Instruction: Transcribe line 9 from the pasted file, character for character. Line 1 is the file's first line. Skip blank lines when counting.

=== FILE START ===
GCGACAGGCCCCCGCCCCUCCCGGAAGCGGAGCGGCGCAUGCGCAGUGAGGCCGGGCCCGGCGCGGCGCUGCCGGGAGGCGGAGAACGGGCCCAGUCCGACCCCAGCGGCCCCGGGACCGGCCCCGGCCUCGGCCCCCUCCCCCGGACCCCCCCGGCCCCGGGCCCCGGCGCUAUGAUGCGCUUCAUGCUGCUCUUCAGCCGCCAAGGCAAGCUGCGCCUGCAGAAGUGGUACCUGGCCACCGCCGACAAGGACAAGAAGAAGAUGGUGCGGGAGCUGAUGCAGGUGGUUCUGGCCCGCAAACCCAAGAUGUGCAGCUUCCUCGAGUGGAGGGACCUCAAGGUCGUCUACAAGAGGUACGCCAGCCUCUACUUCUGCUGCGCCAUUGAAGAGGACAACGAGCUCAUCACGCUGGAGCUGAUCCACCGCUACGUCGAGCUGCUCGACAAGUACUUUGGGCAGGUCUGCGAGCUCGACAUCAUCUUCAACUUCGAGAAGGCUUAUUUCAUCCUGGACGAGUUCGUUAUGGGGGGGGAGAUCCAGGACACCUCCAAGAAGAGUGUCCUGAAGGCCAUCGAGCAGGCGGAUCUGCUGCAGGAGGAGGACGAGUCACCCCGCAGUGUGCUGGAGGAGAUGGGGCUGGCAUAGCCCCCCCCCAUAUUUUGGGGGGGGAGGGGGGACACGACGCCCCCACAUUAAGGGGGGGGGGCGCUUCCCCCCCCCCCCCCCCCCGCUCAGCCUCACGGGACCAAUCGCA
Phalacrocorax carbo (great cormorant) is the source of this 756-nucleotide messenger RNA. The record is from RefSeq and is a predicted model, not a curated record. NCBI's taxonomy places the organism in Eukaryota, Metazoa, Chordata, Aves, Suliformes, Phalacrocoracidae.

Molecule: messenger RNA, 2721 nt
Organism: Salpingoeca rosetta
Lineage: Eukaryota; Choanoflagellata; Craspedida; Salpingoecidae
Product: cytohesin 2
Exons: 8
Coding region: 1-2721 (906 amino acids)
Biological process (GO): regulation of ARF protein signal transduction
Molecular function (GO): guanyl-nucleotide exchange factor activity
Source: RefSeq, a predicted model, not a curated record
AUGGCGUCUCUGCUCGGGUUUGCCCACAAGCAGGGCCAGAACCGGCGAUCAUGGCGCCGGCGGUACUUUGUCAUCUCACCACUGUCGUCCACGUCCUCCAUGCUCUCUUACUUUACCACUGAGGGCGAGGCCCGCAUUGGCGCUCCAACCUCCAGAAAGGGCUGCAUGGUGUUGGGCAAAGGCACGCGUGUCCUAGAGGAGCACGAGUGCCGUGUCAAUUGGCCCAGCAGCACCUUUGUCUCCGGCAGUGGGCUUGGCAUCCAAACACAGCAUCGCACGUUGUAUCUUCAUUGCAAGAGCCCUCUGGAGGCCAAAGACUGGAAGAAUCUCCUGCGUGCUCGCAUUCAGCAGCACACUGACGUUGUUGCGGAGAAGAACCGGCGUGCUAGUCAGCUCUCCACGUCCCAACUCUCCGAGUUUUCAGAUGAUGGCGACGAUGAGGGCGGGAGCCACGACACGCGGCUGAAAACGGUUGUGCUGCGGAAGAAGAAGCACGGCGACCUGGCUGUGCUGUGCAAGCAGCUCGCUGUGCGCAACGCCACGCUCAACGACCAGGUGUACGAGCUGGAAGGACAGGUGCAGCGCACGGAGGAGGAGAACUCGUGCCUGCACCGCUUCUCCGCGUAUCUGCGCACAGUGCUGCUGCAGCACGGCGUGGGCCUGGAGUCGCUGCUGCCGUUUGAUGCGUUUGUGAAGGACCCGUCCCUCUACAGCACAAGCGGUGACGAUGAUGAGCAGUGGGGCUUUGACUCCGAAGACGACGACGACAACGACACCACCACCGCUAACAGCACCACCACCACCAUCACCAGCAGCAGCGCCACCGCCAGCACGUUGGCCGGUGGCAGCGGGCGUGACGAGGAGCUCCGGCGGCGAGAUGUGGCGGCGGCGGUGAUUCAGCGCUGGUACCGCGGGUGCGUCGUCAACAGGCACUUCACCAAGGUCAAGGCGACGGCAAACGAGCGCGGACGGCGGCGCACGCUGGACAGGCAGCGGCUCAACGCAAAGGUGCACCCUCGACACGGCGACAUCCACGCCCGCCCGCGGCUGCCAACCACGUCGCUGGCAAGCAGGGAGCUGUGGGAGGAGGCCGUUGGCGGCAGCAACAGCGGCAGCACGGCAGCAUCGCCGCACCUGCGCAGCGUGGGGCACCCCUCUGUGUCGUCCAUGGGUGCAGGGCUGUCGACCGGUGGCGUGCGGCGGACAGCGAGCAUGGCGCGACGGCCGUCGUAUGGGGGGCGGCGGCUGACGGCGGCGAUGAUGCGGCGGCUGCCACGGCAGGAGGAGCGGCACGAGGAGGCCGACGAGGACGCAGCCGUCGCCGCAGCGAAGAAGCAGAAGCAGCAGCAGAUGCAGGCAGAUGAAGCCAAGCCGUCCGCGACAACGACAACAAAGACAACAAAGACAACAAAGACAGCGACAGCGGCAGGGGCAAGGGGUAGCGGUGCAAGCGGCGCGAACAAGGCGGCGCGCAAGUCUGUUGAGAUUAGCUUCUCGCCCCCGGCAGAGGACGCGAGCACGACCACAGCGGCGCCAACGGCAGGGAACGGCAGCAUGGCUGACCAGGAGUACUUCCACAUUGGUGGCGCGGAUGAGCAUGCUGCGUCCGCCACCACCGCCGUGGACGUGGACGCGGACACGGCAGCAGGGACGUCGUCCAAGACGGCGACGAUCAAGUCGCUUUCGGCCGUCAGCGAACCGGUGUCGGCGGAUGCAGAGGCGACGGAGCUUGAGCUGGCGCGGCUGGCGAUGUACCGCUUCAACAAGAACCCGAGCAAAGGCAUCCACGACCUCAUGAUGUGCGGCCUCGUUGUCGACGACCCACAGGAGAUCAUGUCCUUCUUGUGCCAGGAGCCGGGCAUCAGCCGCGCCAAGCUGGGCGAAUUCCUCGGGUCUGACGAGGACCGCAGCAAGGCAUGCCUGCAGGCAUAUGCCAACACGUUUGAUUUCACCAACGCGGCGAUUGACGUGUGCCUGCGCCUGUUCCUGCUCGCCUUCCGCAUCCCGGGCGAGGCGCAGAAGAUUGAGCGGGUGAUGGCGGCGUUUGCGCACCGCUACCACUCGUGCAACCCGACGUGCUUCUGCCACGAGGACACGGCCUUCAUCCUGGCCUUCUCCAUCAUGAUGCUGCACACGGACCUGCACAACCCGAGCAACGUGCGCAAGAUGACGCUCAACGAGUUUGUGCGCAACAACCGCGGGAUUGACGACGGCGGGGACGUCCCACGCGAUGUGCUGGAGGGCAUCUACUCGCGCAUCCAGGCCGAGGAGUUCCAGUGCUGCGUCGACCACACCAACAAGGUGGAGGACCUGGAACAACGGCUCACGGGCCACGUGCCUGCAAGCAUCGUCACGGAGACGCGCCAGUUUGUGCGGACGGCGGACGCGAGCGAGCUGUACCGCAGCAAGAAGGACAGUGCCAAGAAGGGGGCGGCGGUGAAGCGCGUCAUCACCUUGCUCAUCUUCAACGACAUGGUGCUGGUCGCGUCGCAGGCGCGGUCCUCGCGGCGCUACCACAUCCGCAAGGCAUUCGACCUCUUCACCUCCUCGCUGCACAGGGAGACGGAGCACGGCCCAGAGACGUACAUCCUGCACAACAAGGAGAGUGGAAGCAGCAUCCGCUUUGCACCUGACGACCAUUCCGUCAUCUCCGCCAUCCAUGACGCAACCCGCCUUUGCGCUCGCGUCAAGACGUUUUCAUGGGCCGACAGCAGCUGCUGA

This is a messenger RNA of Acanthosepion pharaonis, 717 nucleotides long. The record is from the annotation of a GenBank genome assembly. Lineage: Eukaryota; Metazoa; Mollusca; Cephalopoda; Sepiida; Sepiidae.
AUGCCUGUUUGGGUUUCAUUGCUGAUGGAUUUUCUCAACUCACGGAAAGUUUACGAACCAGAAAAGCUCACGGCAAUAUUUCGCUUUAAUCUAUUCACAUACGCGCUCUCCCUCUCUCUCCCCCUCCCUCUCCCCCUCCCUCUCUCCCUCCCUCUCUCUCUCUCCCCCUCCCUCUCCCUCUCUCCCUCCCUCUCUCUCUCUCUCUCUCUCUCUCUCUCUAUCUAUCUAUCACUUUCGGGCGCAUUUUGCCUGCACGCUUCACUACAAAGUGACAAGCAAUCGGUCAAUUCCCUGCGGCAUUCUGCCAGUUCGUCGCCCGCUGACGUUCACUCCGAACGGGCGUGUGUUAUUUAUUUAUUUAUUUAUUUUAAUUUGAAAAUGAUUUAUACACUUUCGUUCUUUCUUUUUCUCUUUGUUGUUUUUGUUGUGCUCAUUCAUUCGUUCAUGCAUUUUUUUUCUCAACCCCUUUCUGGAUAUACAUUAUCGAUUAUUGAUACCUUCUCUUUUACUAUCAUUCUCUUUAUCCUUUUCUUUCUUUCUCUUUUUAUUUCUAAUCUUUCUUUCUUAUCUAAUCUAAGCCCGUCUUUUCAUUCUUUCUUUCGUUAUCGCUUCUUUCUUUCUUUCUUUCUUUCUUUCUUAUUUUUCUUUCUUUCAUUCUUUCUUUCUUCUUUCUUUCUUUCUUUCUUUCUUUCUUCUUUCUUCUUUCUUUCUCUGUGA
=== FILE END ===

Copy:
Biological process (GO): regulation of ARF protein signal transduction